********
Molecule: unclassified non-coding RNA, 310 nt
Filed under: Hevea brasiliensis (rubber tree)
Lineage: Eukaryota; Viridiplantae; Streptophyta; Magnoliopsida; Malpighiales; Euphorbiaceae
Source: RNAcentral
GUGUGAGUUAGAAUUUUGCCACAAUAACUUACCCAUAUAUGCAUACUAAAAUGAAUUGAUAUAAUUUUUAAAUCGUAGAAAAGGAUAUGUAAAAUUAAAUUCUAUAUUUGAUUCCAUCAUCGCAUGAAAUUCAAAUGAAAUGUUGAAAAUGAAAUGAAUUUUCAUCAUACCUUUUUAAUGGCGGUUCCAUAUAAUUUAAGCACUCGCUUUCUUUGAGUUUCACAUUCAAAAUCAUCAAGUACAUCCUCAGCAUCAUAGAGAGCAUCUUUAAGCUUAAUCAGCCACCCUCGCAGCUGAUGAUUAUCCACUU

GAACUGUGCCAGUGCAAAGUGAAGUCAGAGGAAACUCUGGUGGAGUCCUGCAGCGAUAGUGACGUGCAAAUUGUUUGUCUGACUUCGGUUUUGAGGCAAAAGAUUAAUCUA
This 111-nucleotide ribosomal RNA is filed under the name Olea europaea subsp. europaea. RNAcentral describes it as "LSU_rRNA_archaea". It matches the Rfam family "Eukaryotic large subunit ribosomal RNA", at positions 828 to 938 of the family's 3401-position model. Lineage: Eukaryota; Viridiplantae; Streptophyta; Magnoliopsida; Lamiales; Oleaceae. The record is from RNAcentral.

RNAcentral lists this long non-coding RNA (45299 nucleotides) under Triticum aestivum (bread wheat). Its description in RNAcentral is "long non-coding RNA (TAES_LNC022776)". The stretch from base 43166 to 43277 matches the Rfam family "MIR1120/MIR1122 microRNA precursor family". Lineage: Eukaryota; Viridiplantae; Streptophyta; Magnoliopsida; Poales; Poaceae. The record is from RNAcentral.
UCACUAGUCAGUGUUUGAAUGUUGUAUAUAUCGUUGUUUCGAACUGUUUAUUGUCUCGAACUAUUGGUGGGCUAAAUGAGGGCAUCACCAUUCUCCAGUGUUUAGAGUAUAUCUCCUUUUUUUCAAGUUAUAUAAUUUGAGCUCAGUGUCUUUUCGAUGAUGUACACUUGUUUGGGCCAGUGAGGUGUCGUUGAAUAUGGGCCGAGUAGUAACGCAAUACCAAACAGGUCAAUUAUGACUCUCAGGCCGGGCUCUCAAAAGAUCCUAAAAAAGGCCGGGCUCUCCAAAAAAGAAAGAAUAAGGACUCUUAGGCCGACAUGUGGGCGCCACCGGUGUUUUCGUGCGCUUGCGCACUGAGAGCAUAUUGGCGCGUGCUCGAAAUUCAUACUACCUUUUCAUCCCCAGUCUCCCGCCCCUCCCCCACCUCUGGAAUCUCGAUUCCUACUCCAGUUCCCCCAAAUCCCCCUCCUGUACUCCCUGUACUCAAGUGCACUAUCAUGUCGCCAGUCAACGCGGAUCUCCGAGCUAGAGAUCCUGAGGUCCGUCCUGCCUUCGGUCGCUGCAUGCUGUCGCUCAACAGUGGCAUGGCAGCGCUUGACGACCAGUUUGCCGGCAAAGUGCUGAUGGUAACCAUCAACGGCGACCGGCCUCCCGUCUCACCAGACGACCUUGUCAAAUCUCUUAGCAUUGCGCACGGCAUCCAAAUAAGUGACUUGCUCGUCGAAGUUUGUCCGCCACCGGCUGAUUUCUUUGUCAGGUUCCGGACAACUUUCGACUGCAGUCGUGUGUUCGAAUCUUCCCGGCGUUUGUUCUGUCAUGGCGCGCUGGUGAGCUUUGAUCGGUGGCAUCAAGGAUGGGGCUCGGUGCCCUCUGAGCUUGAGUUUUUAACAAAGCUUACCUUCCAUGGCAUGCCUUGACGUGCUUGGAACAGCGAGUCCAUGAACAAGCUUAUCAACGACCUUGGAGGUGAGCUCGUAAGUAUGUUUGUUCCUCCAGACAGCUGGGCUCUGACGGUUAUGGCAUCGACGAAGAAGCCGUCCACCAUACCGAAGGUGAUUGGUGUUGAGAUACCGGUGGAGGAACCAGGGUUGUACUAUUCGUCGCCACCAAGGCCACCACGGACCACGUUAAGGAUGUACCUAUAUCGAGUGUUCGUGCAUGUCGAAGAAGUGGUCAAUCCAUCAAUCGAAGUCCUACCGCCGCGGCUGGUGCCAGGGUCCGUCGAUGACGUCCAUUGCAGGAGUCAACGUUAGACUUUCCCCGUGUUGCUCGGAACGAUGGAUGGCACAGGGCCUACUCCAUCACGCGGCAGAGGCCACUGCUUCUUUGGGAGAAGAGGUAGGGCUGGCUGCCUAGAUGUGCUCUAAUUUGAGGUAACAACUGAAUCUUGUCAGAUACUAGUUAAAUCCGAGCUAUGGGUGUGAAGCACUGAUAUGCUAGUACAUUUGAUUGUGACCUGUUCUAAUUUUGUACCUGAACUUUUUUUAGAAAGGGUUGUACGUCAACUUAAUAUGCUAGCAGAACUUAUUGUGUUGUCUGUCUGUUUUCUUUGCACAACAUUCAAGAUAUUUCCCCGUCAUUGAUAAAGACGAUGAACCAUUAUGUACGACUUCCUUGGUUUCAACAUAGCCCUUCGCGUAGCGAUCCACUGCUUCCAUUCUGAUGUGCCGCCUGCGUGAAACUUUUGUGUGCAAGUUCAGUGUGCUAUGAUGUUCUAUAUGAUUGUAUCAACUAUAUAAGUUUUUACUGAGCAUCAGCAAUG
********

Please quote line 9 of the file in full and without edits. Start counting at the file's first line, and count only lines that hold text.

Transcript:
UCACUAGUCAGUGUUUGAAUGUUGUAUAUAUCGUUGUUUCGAACUGUUUAUUGUCUCGAACUAUUGGUGGGCUAAAUGAGGGCAUCACCAUUCUCCAGUGUUUAGAGUAUAUCUCCUUUUUUUCAAGUUAUAUAAUUUGAGCUCAGUGUCUUUUCGAUGAUGUACACUUGUUUGGGCCAGUGAGGUGUCGUUGAAUAUGGGCCGAGUAGUAACGCAAUACCAAACAGGUCAAUUAUGACUCUCAGGCCGGGCUCUCAAAAGAUCCUAAAAAAGGCCGGGCUCUCCAAAAAAGAAAGAAUAAGGACUCUUAGGCCGACAUGUGGGCGCCACCGGUGUUUUCGUGCGCUUGCGCACUGAGAGCAUAUUGGCGCGUGCUCGAAAUUCAUACUACCUUUUCAUCCCCAGUCUCCCGCCCCUCCCCCACCUCUGGAAUCUCGAUUCCUACUCCAGUUCCCCCAAAUCCCCCUCCUGUACUCCCUGUACUCAAGUGCACUAUCAUGUCGCCAGUCAACGCGGAUCUCCGAGCUAGAGAUCCUGAGGUCCGUCCUGCCUUCGGUCGCUGCAUGCUGUCGCUCAACAGUGGCAUGGCAGCGCUUGACGACCAGUUUGCCGGCAAAGUGCUGAUGGUAACCAUCAACGGCGACCGGCCUCCCGUCUCACCAGACGACCUUGUCAAAUCUCUUAGCAUUGCGCACGGCAUCCAAAUAAGUGACUUGCUCGUCGAAGUUUGUCCGCCACCGGCUGAUUUCUUUGUCAGGUUCCGGACAACUUUCGACUGCAGUCGUGUGUUCGAAUCUUCCCGGCGUUUGUUCUGUCAUGGCGCGCUGGUGAGCUUUGAUCGGUGGCAUCAAGGAUGGGGCUCGGUGCCCUCUGAGCUUGAGUUUUUAACAAAGCUUACCUUCCAUGGCAUGCCUUGACGUGCUUGGAACAGCGAGUCCAUGAACAAGCUUAUCAACGACCUUGGAGGUGAGCUCGUAAGUAUGUUUGUUCCUCCAGACAGCUGGGCUCUGACGGUUAUGGCAUCGACGAAGAAGCCGUCCACCAUACCGAAGGUGAUUGGUGUUGAGAUACCGGUGGAGGAACCAGGGUUGUACUAUUCGUCGCCACCAAGGCCACCACGGACCACGUUAAGGAUGUACCUAUAUCGAGUGUUCGUGCAUGUCGAAGAAGUGGUCAAUCCAUCAAUCGAAGUCCUACCGCCGCGGCUGGUGCCAGGGUCCGUCGAUGACGUCCAUUGCAGGAGUCAACGUUAGACUUUCCCCGUGUUGCUCGGAACGAUGGAUGGCACAGGGCCUACUCCAUCACGCGGCAGAGGCCACUGCUUCUUUGGGAGAAGAGGUAGGGCUGGCUGCCUAGAUGUGCUCUAAUUUGAGGUAACAACUGAAUCUUGUCAGAUACUAGUUAAAUCCGAGCUAUGGGUGUGAAGCACUGAUAUGCUAGUACAUUUGAUUGUGACCUGUUCUAAUUUUGUACCUGAACUUUUUUUAGAAAGGGUUGUACGUCAACUUAAUAUGCUAGCAGAACUUAUUGUGUUGUCUGUCUGUUUUCUUUGCACAACAUUCAAGAUAUUUCCCCGUCAUUGAUAAAGACGAUGAACCAUUAUGUACGACUUCCUUGGUUUCAACAUAGCCCUUCGCGUAGCGAUCCACUGCUUCCAUUCUGAUGUGCCGCCUGCGUGAAACUUUUGUGUGCAAGUUCAGUGUGCUAUGAUGUUCUAUAUGAUUGUAUCAACUAUAUAAGUUUUUACUGAGCAUCAGCAAUG